Harnessing structured & unstructured data: A new challenge means new thinking

For anyone interested in getting places faster, the invention of the internal combustion engine was great news. In fact, better than great; it transformed how we get around.

But no transformational development comes without challenges. No sooner did the car arrive, than society was dealing with the issue of how to allow them to get places. That was a massive problem that called for new thinking followed by a lot of hard work.

Society is facing a similar situation with the explosion of data, both structured and unstructured. It’s exciting, and it makes possible things that none of us foresaw. But now that it’s here, we’re also discovering how inadequate existing infrastructure is to make the most of it.

How do we find the value in unstructured data?

In broad terms, we went from having small volumes of data that was already structured, to having massive volumes of unstructured data that needed to be assessed or analysed in ways that had not been thought of.

We’ve made headway, that much is sure. New workloads like NoSQL, HDP and SAP HANA are allowing organisations to derive powerful insights from data gathered and collated from multiple sources.

But we’re still only scratching the surface. Data that’s available but not necessarily very usable yet includes emails, social media, blogs, documents, images and videos. It’s generally agreed that these sources account for about 80% of the world’s data. What’s more, some of it is invaluable. Want to know what your customers are saying about you to their friends? Tune in to social media.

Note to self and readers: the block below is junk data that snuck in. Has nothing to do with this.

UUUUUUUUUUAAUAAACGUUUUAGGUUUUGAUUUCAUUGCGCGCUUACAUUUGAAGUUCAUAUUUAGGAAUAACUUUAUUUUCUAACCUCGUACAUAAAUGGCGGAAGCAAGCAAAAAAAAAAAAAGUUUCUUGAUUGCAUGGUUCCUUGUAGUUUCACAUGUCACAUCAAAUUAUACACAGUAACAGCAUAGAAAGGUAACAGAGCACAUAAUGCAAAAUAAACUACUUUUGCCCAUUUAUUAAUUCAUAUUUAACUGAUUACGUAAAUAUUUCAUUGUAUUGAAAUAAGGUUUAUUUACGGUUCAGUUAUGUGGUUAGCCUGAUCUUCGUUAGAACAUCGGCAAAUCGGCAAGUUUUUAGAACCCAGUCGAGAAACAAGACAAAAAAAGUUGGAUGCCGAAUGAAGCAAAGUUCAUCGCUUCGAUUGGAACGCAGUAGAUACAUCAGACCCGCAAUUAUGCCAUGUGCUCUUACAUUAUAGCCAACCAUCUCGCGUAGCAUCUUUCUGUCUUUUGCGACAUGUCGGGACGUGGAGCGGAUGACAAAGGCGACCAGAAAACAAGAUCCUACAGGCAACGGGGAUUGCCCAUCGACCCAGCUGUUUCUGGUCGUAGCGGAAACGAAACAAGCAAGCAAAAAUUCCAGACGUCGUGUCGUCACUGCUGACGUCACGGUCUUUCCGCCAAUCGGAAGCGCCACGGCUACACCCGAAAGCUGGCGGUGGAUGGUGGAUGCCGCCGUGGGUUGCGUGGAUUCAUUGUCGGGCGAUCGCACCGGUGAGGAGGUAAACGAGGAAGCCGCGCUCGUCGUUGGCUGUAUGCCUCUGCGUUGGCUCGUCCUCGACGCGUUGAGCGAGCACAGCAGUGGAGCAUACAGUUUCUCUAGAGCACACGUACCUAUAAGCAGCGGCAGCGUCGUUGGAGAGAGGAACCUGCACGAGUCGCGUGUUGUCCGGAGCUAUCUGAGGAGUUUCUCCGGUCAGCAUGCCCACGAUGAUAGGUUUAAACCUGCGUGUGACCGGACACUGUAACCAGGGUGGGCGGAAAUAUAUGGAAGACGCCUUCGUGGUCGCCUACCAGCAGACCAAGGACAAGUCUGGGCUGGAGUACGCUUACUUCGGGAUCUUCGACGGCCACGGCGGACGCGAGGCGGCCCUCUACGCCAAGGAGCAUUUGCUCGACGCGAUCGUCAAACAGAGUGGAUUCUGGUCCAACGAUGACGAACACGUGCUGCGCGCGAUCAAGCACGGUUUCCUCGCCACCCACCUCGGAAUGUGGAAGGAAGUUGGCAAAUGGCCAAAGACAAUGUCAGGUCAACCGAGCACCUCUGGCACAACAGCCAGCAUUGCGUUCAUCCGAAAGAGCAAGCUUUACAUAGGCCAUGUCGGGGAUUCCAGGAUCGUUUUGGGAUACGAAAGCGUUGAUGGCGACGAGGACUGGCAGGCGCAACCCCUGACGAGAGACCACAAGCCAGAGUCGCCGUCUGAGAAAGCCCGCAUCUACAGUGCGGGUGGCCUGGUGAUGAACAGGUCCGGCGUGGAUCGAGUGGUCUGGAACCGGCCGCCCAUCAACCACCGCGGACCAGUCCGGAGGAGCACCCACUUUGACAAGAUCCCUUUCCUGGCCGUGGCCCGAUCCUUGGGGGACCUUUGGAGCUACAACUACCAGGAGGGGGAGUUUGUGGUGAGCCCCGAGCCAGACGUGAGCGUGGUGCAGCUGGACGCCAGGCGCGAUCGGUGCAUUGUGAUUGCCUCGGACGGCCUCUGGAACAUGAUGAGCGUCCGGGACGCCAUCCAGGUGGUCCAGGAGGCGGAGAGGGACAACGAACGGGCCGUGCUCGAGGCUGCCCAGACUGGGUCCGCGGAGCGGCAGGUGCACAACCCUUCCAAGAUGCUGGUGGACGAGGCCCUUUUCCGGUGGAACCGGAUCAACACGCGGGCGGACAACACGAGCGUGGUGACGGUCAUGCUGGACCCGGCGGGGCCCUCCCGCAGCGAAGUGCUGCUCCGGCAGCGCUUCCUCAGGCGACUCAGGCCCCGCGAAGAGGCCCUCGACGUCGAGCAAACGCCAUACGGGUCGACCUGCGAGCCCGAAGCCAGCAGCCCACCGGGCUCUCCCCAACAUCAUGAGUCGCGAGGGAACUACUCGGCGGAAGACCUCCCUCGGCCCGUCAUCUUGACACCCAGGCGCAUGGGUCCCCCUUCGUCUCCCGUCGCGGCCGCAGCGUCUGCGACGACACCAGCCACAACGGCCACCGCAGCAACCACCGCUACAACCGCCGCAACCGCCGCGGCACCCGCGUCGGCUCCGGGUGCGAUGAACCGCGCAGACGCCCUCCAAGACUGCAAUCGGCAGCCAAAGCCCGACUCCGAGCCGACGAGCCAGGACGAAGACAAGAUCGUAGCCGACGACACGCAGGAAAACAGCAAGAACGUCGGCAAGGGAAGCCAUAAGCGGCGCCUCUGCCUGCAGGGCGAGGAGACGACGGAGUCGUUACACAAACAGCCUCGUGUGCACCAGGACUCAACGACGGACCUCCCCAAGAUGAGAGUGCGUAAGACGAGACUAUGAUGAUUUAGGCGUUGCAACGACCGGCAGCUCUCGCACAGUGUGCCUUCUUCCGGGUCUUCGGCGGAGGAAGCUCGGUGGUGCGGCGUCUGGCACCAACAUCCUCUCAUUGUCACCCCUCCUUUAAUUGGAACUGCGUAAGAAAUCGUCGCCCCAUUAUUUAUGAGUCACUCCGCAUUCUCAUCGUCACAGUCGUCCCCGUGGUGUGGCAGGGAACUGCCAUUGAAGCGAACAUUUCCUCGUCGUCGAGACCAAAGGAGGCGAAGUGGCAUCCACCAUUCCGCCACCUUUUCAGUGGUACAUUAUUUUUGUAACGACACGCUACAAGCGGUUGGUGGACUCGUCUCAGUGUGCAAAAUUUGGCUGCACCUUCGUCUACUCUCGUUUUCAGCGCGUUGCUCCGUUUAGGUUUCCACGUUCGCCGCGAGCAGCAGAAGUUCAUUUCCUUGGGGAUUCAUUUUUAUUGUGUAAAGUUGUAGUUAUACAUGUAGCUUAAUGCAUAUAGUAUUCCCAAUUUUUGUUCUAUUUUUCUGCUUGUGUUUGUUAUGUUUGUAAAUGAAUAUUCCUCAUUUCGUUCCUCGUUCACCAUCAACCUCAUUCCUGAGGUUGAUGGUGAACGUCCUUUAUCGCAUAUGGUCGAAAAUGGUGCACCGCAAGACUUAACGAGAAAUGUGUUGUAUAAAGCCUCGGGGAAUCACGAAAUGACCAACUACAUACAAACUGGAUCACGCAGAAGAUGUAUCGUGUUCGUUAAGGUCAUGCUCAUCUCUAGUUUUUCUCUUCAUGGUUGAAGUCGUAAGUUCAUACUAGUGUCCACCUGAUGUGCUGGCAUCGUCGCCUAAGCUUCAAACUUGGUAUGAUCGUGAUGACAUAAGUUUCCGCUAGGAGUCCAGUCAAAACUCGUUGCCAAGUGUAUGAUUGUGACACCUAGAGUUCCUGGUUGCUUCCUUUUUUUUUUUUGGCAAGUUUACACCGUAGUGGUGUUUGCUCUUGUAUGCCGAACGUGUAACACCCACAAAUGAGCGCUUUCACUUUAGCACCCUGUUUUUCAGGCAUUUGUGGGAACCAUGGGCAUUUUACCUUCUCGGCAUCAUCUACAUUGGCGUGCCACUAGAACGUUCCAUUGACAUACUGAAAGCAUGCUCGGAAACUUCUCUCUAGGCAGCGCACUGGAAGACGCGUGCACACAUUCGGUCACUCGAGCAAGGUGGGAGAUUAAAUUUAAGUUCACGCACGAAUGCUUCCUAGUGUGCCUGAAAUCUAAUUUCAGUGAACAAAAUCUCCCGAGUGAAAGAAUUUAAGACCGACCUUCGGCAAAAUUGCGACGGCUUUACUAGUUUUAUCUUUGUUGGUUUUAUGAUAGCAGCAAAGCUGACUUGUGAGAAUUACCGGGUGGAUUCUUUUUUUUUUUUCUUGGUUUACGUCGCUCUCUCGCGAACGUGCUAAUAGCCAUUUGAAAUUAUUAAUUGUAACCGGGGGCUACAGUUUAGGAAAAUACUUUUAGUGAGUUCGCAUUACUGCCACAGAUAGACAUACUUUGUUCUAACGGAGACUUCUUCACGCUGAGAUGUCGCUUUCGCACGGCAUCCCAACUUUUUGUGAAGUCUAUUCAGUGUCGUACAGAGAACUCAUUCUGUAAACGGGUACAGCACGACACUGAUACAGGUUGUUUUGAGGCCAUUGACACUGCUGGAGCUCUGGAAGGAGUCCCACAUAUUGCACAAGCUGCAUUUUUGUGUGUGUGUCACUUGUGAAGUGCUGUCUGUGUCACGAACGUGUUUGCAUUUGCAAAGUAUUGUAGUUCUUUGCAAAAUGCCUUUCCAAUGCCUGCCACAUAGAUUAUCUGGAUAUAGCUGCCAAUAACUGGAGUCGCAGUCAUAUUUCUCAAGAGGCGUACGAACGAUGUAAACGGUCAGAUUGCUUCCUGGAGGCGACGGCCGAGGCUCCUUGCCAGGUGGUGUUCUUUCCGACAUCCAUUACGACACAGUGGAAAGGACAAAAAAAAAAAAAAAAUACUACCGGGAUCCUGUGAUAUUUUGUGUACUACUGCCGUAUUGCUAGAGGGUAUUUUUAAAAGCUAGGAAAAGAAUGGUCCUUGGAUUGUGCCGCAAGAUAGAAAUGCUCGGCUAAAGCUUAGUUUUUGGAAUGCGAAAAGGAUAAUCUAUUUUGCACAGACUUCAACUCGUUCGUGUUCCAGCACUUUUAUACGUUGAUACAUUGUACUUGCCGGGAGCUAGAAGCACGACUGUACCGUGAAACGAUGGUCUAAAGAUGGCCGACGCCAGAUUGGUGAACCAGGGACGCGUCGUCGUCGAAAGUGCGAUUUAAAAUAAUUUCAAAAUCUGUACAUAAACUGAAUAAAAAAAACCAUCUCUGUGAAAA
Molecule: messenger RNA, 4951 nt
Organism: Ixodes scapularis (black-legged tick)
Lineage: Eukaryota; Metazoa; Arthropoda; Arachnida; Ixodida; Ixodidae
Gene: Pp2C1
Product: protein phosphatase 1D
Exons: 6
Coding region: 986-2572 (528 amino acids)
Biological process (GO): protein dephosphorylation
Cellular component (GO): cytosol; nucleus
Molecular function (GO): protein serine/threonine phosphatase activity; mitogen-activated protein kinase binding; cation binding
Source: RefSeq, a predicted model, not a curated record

So what’s the problem with mining this information? Unlike your typical database, it’s unstructured. Conventional systems for mining data aren’t up to the task when the information isn’t contained within a spreadsheet of some sort.

So we have access to a lot of data (we have cars that go faster than horses) but we don’t have the means of mining all of it (we only have roads within our town, but not between towns).

Entering the cognitive era

But rather than simply building more roads, so to speak, the solution here is a new approach called cognitive technology.

Cognitive technology can harness unstructured data by mimicking a human thinker. It can analyse unstructured data, interpret it to create insights, evaluate decisions based on evidence, and come to a conclusion with a certain level of confidence.

That’s different from your typical computer, which uses a lot of processing power to crunch information and arrive at a definitive answer. That’s powerful, but not very subtle. Humans, on the other hand, can be subtle but are not so good at processing lots of data. That said, we also need more power.

Roughly 2.5 billion GBs of data are created every day – a figure that may well be out of date soon after this blog is published. About 90% of the world’s data was created in the last two years alone. That’s one heck of a mountain – and if you’re moving a mountain, you need a lot of monster diggers and trucks.

The beauty of cognitive computing is that it marries brute processing power with insightful thinking. It allows the discovery of patterns within data at a ridiculously fast pace, which in turn allows you to make better decisions sooner. Think product purchases, product lines, investment decisions and more.

But think beyond the familiar decision-making areas as well. As insights deepen, unexpected opportunities start to show up.

How do you ensure you’re keeping pace with the possibilities opened up by the explosion of data? Watch our webinar that explains the new world in clear terms, and shows how running IBM Power systems can help you make the most of it.

Watch the webinar now.

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